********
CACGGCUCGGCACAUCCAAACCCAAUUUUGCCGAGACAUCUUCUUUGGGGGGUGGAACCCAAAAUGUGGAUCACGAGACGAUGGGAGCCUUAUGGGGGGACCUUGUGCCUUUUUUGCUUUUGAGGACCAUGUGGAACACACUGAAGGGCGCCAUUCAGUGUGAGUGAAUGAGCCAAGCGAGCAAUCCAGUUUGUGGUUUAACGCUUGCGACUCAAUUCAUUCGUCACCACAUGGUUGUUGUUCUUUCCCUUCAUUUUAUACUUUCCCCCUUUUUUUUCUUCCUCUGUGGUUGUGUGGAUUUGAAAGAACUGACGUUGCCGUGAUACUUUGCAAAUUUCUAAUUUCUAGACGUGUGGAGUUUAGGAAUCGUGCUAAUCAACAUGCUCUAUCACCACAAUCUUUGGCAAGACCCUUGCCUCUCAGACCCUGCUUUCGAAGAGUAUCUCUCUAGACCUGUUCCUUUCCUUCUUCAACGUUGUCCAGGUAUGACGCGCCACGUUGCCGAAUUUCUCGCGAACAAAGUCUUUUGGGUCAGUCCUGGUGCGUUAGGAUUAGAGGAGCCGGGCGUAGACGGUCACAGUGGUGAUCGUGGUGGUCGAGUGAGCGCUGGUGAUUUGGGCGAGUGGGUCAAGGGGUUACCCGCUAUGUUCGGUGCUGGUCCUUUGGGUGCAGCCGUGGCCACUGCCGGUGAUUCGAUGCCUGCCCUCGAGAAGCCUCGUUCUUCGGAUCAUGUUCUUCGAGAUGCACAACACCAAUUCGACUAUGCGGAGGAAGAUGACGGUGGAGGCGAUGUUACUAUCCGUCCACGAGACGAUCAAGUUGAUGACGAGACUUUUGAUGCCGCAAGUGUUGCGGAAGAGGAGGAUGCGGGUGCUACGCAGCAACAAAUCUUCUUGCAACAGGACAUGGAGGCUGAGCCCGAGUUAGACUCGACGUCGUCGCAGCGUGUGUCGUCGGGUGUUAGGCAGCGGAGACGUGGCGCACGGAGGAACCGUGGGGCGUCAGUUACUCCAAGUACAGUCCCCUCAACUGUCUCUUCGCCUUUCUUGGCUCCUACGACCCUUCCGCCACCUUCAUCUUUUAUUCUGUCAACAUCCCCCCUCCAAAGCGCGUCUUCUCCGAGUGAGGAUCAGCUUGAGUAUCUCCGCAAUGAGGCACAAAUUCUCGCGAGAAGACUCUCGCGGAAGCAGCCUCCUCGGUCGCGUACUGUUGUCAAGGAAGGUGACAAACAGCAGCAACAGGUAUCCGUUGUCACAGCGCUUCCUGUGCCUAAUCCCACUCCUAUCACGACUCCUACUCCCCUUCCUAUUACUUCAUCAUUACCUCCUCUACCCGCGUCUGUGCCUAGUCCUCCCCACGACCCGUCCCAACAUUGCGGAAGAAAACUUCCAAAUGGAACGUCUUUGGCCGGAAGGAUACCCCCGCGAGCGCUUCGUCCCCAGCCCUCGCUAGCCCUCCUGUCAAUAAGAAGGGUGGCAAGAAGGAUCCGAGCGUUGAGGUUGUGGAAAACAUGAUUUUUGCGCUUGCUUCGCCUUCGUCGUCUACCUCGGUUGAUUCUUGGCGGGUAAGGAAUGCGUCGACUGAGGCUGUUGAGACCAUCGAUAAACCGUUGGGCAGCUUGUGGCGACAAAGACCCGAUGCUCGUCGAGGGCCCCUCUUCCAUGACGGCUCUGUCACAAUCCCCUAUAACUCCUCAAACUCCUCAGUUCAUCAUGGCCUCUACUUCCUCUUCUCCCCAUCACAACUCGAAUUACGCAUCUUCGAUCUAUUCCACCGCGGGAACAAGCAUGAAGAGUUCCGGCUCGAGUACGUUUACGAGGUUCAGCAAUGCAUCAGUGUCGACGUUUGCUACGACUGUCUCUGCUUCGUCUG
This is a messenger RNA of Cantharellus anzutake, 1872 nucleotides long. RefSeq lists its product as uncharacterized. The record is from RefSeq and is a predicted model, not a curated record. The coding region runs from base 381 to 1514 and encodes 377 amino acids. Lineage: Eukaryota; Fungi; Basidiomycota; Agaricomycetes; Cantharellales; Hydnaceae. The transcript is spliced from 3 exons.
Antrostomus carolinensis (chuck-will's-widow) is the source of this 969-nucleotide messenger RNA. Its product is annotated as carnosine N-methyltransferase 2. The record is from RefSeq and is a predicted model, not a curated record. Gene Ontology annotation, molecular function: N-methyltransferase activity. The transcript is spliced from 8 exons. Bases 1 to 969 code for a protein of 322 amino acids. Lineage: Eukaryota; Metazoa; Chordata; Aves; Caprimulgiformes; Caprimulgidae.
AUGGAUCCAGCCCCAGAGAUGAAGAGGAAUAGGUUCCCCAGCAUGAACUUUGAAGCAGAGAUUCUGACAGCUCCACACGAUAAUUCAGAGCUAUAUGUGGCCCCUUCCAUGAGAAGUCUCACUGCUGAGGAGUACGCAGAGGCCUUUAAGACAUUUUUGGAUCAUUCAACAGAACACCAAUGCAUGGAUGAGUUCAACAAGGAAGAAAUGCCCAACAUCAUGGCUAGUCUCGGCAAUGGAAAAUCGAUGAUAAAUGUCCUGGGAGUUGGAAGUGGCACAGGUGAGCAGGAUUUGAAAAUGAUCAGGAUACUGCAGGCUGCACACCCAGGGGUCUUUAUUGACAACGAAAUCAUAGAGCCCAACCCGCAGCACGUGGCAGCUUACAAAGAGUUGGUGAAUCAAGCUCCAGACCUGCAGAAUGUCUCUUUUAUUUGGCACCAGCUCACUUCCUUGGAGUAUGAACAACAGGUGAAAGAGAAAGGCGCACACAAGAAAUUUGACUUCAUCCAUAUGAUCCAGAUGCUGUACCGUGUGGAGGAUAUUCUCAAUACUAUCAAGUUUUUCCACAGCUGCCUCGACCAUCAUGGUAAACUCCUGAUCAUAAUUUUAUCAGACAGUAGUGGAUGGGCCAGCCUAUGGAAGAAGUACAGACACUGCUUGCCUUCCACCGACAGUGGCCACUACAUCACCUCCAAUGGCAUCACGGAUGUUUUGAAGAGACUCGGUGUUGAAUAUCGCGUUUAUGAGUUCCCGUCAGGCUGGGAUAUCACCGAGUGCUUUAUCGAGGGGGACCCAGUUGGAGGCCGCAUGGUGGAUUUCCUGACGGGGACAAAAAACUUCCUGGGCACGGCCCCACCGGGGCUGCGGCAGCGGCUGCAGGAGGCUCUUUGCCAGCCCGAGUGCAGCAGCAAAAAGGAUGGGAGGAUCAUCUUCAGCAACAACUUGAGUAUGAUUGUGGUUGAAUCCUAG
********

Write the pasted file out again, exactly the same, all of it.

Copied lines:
CACGGCUCGGCACAUCCAAACCCAAUUUUGCCGAGACAUCUUCUUUGGGGGGUGGAACCCAAAAUGUGGAUCACGAGACGAUGGGAGCCUUAUGGGGGGACCUUGUGCCUUUUUUGCUUUUGAGGACCAUGUGGAACACACUGAAGGGCGCCAUUCAGUGUGAGUGAAUGAGCCAAGCGAGCAAUCCAGUUUGUGGUUUAACGCUUGCGACUCAAUUCAUUCGUCACCACAUGGUUGUUGUUCUUUCCCUUCAUUUUAUACUUUCCCCCUUUUUUUUCUUCCUCUGUGGUUGUGUGGAUUUGAAAGAACUGACGUUGCCGUGAUACUUUGCAAAUUUCUAAUUUCUAGACGUGUGGAGUUUAGGAAUCGUGCUAAUCAACAUGCUCUAUCACCACAAUCUUUGGCAAGACCCUUGCCUCUCAGACCCUGCUUUCGAAGAGUAUCUCUCUAGACCUGUUCCUUUCCUUCUUCAACGUUGUCCAGGUAUGACGCGCCACGUUGCCGAAUUUCUCGCGAACAAAGUCUUUUGGGUCAGUCCUGGUGCGUUAGGAUUAGAGGAGCCGGGCGUAGACGGUCACAGUGGUGAUCGUGGUGGUCGAGUGAGCGCUGGUGAUUUGGGCGAGUGGGUCAAGGGGUUACCCGCUAUGUUCGGUGCUGGUCCUUUGGGUGCAGCCGUGGCCACUGCCGGUGAUUCGAUGCCUGCCCUCGAGAAGCCUCGUUCUUCGGAUCAUGUUCUUCGAGAUGCACAACACCAAUUCGACUAUGCGGAGGAAGAUGACGGUGGAGGCGAUGUUACUAUCCGUCCACGAGACGAUCAAGUUGAUGACGAGACUUUUGAUGCCGCAAGUGUUGCGGAAGAGGAGGAUGCGGGUGCUACGCAGCAACAAAUCUUCUUGCAACAGGACAUGGAGGCUGAGCCCGAGUUAGACUCGACGUCGUCGCAGCGUGUGUCGUCGGGUGUUAGGCAGCGGAGACGUGGCGCACGGAGGAACCGUGGGGCGUCAGUUACUCCAAGUACAGUCCCCUCAACUGUCUCUUCGCCUUUCUUGGCUCCUACGACCCUUCCGCCACCUUCAUCUUUUAUUCUGUCAACAUCCCCCCUCCAAAGCGCGUCUUCUCCGAGUGAGGAUCAGCUUGAGUAUCUCCGCAAUGAGGCACAAAUUCUCGCGAGAAGACUCUCGCGGAAGCAGCCUCCUCGGUCGCGUACUGUUGUCAAGGAAGGUGACAAACAGCAGCAACAGGUAUCCGUUGUCACAGCGCUUCCUGUGCCUAAUCCCACUCCUAUCACGACUCCUACUCCCCUUCCUAUUACUUCAUCAUUACCUCCUCUACCCGCGUCUGUGCCUAGUCCUCCCCACGACCCGUCCCAACAUUGCGGAAGAAAACUUCCAAAUGGAACGUCUUUGGCCGGAAGGAUACCCCCGCGAGCGCUUCGUCCCCAGCCCUCGCUAGCCCUCCUGUCAAUAAGAAGGGUGGCAAGAAGGAUCCGAGCGUUGAGGUUGUGGAAAACAUGAUUUUUGCGCUUGCUUCGCCUUCGUCGUCUACCUCGGUUGAUUCUUGGCGGGUAAGGAAUGCGUCGACUGAGGCUGUUGAGACCAUCGAUAAACCGUUGGGCAGCUUGUGGCGACAAAGACCCGAUGCUCGUCGAGGGCCCCUCUUCCAUGACGGCUCUGUCACAAUCCCCUAUAACUCCUCAAACUCCUCAGUUCAUCAUGGCCUCUACUUCCUCUUCUCCCCAUCACAACUCGAAUUACGCAUCUUCGAUCUAUUCCACCGCGGGAACAAGCAUGAAGAGUUCCGGCUCGAGUACGUUUACGAGGUUCAGCAAUGCAUCAGUGUCGACGUUUGCUACGACUGUCUCUGCUUCGUCUG
This is a messenger RNA of Cantharellus anzutake, 1872 nucleotides long. RefSeq lists its product as uncharacterized. The record is from RefSeq and is a predicted model, not a curated record. The coding region runs from base 381 to 1514 and encodes 377 amino acids. Lineage: Eukaryota; Fungi; Basidiomycota; Agaricomycetes; Cantharellales; Hydnaceae. The transcript is spliced from 3 exons.
Antrostomus carolinensis (chuck-will's-widow) is the source of this 969-nucleotide messenger RNA. Its product is annotated as carnosine N-methyltransferase 2. The record is from RefSeq and is a predicted model, not a curated record. Gene Ontology annotation, molecular function: N-methyltransferase activity. The transcript is spliced from 8 exons. Bases 1 to 969 code for a protein of 322 amino acids. Lineage: Eukaryota; Metazoa; Chordata; Aves; Caprimulgiformes; Caprimulgidae.
AUGGAUCCAGCCCCAGAGAUGAAGAGGAAUAGGUUCCCCAGCAUGAACUUUGAAGCAGAGAUUCUGACAGCUCCACACGAUAAUUCAGAGCUAUAUGUGGCCCCUUCCAUGAGAAGUCUCACUGCUGAGGAGUACGCAGAGGCCUUUAAGACAUUUUUGGAUCAUUCAACAGAACACCAAUGCAUGGAUGAGUUCAACAAGGAAGAAAUGCCCAACAUCAUGGCUAGUCUCGGCAAUGGAAAAUCGAUGAUAAAUGUCCUGGGAGUUGGAAGUGGCACAGGUGAGCAGGAUUUGAAAAUGAUCAGGAUACUGCAGGCUGCACACCCAGGGGUCUUUAUUGACAACGAAAUCAUAGAGCCCAACCCGCAGCACGUGGCAGCUUACAAAGAGUUGGUGAAUCAAGCUCCAGACCUGCAGAAUGUCUCUUUUAUUUGGCACCAGCUCACUUCCUUGGAGUAUGAACAACAGGUGAAAGAGAAAGGCGCACACAAGAAAUUUGACUUCAUCCAUAUGAUCCAGAUGCUGUACCGUGUGGAGGAUAUUCUCAAUACUAUCAAGUUUUUCCACAGCUGCCUCGACCAUCAUGGUAAACUCCUGAUCAUAAUUUUAUCAGACAGUAGUGGAUGGGCCAGCCUAUGGAAGAAGUACAGACACUGCUUGCCUUCCACCGACAGUGGCCACUACAUCACCUCCAAUGGCAUCACGGAUGUUUUGAAGAGACUCGGUGUUGAAUAUCGCGUUUAUGAGUUCCCGUCAGGCUGGGAUAUCACCGAGUGCUUUAUCGAGGGGGACCCAGUUGGAGGCCGCAUGGUGGAUUUCCUGACGGGGACAAAAAACUUCCUGGGCACGGCCCCACCGGGGCUGCGGCAGCGGCUGCAGGAGGCUCUUUGCCAGCCCGAGUGCAGCAGCAAAAAGGAUGGGAGGAUCAUCUUCAGCAACAACUUGAGUAUGAUUGUGGUUGAAUCCUAG